The webinar From Black lives matter in the U.S. to Palestine, Kashmir, India, Iran and the Balkans: Protest Strategies emerged from the urgent need to envision solidarities among movements and decolonize political imaginations amidst the intersecting crises of anti-Black racism, Islamophobia, ongoing occupations, settler colonialism, and anti-migrant violence. This conversation between activists centers around the contingencies between anti-imperial, anti-police, anti-militarization and anti-capitalist struggles. It reveals both the importance of paying attention to the local articulations of liberation and solidarity in these diverse movements but also the urgent need to build political alliances that defy the isolation imposed by sanctions, border regimes, and communication blackouts. In this powerful sharing of stories from across the world, of persisting in the face of oppression, the importance of building political solidarities “both as a strategy and as an indispensable value in collective liberation,” becomes evident. Speakers called for urgent and careful weaving of solidarity work, locally and transnationally, between workers, migrants, feminists, LGBT, farmers, occupied and particular forging of Black-Palestinian solidarity while paying attention to relational and mutual support to social justice. At the same time, speakers called for critical work within social movements.

The Sowing Transnational and Translocal Solidarities symposium was created to deliberate on what makes scholarship, artistry, and teaching transformative and how we can support and learn from the resilient and creative epistemologies of Kashmiri and Palestinian resistance that refuse to be silent in the face of ongoing settler colonial occupation, violence, and apartheid. Both workshops challenged the language of Islamophobia while sharpening the ocular of occupational violence as anti-Islamic. We sought to learn from and also learn how to teach about decades of struggles in Palestine and Kashmir from the poetic and political energies of feminist and queer scholars/artists/activists who joined the symposium. The first workshop Building Anti-disciplinary knowledge from struggles: teaching Palestine highlighted the intersectionality of the struggle for justice and freedom in Palestine, how national, feminist and queer politics are deeply entangled in the resistance to Settler-colonialism, militarization, Apartheid, and Pinkwashing.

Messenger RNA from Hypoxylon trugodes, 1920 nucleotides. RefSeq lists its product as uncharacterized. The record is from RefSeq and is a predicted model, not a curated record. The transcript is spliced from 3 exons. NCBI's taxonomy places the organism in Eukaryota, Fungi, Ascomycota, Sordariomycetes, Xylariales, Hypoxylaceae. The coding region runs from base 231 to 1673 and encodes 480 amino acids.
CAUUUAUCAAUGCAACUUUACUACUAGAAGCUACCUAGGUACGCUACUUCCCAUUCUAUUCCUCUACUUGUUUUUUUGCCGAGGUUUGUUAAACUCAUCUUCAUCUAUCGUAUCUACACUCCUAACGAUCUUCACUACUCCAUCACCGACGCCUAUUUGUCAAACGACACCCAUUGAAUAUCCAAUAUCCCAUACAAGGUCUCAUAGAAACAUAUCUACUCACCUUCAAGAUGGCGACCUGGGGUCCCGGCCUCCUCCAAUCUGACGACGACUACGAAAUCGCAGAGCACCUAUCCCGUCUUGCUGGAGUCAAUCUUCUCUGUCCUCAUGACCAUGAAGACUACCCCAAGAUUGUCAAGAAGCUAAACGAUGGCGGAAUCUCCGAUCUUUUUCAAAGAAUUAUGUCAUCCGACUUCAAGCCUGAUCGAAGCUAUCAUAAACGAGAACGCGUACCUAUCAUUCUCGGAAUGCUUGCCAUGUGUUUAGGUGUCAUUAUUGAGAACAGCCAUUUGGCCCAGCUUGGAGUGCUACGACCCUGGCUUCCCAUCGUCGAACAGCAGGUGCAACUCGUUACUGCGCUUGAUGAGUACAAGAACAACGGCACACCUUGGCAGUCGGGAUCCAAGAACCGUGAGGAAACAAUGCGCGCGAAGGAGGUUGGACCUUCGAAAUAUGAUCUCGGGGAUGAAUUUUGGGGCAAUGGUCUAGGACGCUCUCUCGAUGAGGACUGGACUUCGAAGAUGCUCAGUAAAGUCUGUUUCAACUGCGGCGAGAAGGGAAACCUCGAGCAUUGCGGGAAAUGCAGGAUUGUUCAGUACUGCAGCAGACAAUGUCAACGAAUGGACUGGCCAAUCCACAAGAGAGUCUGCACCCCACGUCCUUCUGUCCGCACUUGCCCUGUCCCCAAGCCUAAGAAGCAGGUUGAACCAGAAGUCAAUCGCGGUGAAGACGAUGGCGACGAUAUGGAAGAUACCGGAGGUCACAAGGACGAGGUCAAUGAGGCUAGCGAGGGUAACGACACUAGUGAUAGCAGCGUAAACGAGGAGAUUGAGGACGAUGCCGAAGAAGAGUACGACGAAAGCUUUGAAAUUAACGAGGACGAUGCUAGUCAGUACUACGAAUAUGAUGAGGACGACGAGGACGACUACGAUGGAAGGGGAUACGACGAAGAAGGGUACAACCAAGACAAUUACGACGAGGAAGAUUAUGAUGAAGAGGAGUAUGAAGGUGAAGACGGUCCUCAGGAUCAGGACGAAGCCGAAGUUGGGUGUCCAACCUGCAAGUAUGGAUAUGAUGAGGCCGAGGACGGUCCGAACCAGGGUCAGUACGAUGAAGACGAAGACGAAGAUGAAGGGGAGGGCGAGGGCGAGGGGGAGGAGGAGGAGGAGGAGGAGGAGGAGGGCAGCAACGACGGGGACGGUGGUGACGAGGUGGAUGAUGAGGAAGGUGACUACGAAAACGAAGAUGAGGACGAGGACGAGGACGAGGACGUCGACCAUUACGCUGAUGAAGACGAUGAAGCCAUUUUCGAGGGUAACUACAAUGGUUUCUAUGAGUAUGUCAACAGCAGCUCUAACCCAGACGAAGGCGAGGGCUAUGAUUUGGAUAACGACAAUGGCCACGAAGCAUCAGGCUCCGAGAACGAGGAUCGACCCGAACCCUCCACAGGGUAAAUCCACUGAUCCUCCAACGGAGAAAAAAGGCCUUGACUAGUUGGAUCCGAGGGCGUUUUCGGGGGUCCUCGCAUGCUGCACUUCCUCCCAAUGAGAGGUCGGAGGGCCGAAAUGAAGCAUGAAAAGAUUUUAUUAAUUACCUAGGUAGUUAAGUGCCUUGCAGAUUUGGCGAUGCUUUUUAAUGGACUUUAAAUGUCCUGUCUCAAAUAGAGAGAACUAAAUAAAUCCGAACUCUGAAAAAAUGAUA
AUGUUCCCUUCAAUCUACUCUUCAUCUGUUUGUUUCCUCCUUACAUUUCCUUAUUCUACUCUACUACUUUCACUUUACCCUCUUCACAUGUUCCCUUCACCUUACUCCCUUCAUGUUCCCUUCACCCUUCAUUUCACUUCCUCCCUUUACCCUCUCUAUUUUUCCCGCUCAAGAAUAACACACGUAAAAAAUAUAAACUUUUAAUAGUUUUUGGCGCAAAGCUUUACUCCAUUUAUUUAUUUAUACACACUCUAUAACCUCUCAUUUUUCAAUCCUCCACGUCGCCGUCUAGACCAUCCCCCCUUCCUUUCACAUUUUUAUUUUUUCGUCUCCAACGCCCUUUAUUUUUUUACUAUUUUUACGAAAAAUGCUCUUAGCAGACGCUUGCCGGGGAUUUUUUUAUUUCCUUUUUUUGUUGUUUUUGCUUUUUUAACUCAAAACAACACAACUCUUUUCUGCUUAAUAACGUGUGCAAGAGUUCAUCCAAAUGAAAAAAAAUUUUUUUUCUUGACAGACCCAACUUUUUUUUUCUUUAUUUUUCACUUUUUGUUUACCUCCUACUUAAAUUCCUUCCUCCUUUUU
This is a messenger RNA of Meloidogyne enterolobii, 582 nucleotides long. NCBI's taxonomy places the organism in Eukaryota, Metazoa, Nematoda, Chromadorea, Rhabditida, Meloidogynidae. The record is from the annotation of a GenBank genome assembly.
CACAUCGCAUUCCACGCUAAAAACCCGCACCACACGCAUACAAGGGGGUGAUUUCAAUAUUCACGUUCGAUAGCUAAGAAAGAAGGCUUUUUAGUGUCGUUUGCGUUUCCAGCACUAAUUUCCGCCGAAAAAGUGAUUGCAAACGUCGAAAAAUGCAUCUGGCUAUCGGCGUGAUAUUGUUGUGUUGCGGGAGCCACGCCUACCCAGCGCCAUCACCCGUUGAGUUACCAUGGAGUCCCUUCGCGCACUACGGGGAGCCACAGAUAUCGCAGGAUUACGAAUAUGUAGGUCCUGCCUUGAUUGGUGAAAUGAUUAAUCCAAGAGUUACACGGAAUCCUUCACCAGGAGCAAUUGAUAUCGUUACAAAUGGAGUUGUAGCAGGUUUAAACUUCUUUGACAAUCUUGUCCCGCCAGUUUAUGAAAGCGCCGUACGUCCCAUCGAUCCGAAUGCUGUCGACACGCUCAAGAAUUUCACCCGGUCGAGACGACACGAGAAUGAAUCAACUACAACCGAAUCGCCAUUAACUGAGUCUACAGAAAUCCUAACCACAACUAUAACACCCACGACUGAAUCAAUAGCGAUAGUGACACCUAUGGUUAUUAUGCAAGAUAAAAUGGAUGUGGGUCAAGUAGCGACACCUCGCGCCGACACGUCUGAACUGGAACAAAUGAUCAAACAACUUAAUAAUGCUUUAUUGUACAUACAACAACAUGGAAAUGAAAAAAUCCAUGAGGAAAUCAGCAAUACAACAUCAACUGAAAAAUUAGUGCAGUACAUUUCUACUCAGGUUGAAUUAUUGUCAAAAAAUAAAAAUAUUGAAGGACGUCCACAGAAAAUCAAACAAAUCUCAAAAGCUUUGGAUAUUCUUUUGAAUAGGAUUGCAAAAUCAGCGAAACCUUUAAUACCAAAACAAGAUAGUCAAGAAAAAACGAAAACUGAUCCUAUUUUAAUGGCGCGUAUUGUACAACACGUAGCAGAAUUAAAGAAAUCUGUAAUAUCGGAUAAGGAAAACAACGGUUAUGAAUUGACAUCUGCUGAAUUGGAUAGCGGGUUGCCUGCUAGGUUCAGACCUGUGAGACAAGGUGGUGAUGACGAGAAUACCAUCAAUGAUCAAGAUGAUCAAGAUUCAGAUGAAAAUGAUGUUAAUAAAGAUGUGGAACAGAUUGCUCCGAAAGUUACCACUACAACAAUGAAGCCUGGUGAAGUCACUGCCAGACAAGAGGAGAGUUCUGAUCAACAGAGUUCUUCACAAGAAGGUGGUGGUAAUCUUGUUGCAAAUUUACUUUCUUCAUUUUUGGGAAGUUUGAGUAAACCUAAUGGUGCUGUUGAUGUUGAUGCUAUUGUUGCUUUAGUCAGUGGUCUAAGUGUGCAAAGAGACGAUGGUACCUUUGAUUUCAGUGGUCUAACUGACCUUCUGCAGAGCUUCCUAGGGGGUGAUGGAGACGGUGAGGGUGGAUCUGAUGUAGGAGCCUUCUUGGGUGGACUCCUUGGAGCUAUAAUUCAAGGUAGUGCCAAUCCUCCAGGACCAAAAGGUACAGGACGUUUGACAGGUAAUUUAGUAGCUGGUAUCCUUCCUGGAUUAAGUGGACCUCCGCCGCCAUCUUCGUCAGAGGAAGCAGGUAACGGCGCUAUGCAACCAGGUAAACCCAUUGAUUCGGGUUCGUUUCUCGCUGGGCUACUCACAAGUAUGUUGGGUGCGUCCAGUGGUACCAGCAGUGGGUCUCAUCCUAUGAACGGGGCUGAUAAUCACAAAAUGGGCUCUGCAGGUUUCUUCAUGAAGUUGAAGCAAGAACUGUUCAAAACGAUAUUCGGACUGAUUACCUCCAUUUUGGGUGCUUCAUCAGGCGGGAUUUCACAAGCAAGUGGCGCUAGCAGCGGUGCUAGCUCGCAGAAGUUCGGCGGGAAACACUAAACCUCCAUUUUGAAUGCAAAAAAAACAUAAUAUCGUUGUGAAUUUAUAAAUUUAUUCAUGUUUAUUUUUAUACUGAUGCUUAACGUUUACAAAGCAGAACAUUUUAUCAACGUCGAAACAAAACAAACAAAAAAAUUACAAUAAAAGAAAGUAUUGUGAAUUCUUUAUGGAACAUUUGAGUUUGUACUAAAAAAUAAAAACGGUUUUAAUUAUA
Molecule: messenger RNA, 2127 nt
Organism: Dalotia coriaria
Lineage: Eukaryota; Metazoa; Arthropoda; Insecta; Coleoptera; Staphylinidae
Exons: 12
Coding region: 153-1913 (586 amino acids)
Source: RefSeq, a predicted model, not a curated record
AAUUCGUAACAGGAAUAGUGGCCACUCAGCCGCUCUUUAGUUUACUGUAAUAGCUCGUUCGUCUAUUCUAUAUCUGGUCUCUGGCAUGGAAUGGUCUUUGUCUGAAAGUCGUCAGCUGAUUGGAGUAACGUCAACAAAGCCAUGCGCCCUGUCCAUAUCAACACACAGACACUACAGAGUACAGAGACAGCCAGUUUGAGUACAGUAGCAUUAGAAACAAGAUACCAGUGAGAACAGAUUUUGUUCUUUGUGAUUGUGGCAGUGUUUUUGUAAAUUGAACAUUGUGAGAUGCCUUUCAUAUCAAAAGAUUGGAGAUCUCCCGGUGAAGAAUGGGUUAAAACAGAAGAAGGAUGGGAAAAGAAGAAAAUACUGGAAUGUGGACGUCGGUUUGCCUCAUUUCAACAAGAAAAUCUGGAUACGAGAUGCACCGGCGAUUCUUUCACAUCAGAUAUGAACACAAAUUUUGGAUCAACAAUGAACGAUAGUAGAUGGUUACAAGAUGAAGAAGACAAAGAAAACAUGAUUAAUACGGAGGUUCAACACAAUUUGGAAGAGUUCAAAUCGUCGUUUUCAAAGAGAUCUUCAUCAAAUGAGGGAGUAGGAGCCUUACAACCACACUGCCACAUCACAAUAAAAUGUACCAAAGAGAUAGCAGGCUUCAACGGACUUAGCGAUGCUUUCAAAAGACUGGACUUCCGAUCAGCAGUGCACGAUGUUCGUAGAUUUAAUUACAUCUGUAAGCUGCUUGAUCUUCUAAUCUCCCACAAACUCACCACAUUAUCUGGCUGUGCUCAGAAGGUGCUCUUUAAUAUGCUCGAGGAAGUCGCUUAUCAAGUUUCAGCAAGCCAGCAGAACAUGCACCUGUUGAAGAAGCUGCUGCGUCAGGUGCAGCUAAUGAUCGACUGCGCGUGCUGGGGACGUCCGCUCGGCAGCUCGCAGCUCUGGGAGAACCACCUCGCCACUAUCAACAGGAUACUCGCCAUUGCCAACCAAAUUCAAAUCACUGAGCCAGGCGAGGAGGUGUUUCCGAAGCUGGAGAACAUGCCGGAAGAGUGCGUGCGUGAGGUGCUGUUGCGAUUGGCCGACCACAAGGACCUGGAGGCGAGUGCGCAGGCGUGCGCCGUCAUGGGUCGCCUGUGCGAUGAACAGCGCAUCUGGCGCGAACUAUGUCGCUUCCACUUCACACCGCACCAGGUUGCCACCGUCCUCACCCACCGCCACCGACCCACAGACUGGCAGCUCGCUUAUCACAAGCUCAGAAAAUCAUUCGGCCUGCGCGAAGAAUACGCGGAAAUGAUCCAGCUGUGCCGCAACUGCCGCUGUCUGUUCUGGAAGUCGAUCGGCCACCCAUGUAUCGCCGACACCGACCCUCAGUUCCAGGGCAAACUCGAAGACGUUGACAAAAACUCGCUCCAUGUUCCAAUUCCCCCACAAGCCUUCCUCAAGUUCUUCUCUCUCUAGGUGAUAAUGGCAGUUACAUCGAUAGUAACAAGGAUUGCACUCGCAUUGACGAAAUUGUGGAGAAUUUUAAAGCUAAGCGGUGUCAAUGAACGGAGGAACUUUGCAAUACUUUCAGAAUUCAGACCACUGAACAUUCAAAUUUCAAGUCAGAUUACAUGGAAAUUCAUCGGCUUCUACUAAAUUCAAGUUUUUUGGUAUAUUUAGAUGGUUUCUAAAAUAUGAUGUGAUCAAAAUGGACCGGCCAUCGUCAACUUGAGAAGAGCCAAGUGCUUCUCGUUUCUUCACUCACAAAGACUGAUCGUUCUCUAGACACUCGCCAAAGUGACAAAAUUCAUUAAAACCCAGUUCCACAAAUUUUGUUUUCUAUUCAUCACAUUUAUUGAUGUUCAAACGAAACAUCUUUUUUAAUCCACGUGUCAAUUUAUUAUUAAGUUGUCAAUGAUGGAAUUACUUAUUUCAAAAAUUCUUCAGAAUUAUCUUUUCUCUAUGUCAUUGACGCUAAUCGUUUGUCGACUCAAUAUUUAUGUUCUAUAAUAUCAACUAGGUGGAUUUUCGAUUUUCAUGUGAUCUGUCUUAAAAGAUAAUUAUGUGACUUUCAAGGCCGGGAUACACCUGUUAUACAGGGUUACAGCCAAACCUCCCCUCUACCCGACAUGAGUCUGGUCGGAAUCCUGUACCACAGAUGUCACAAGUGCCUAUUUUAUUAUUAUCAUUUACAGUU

The second workshop Teaching Kashmir: Their wounds are our wounds was an attempt to understand the poetics and politics of the decades-long resistance in exile and in Kashmir. Agha Shahid Ali’s poem “By Exiles,” read and discussed by Ather Zia, shows the long and complex history of solidarity between spaces of resistance like Kashmir and Palestine, reminding us of the possibilities of ongoing and new relations of solidarity even when we are separated by distance, borders, and authoritarian regimes. Both workshops directed our intellectual and artistic tools in forging creative connections between translation and solidarities, poetry and pedagogy, social movements and epistemic justice.

Anti-Black Racism in SWANA and Diaspora (English)

Speakers: Moustafa Bayoumi, Ramla Bile, Priscillia Kounkou Hoveyda, Lara Kiswani, Nadine Naber, Ash Stephens
Facilitators: Farid Matuk and Sima Shakhsari
Statement reader: Lana Barkawi
Technical support: Jordan Thompson

Anti-Black Racism in SWANA and Diaspora (Farsi)

Speakers: Alex Eskandarkhah, Parisa Vaziri, Priscillia Kounkou-Hoveyda, Dr. Assal Rad [bios]
Facilitators: M. Shadee Malaklou and Sima Shakhsari
Technical support: Jordan Thompson

Anti-Black Racism in SWANA and Diaspora (Arabic)

Speakers: Marcelle Bedran, Anis Chouchene, Fadlabi, Afifa Ltifi, Sara Musaifer [bios]
Facilitators: Rasha Ahmed Sharif, Maha Nassar
Technical support: Jordan Thompson

Politically Engaged Art Amid Pandemic and Protest – Part I

Speakers: Leila Awadallah, Fadlabi, Ritika Ganguli, Pooja Goswami Pavan, Aida Shahghasemi
Facilitators: Richa Nagar and Sara Musaifer
Statement reader: Sima Shakhsari
Technical support: Nailah Tamah, Jordan Thompson and Emina Bužinkić

Politically Engaged Art Amid Pandemic and Protest – Part II

Speakers: Lamia Abukhadra, Katayoun Amjadi, Pedram Baldari, Chitra Vairavan, Pramila Vasudevan
Facilitators: Sima Shakhsari and Nithya Rajan
Statement reader: Emina Bužinkić
Technical support: Nailah Taman, Jordan Thompson and Emina Bužinkić

From Black lives matter in the U.S. to Palestine, Kashmir, India, Iran and the Balkans: Protest Strategies

Speakers: Selma Banich, Noura Erakat, Amoke Kubat, Meera Sanghamitra, Sussan Tahmasebi, Jae Yates, Ather Zia
Facilitators: Lana Barkawi and Emina Bužinkić
Statement reader: Samira Musleh
Technical support: Sara Musaifer, Nithya Rajan and Jordan Thompson

Sowing Transnational and Translocal Solidarities

Speakers: Ponni Arasu, Yamila Hussein, Ghadir Shafie, Ather Zia
Facilitators: Emina Bužinkić, Sara Musaifer and Nithya Rajan
Technical support: Jordan Thompson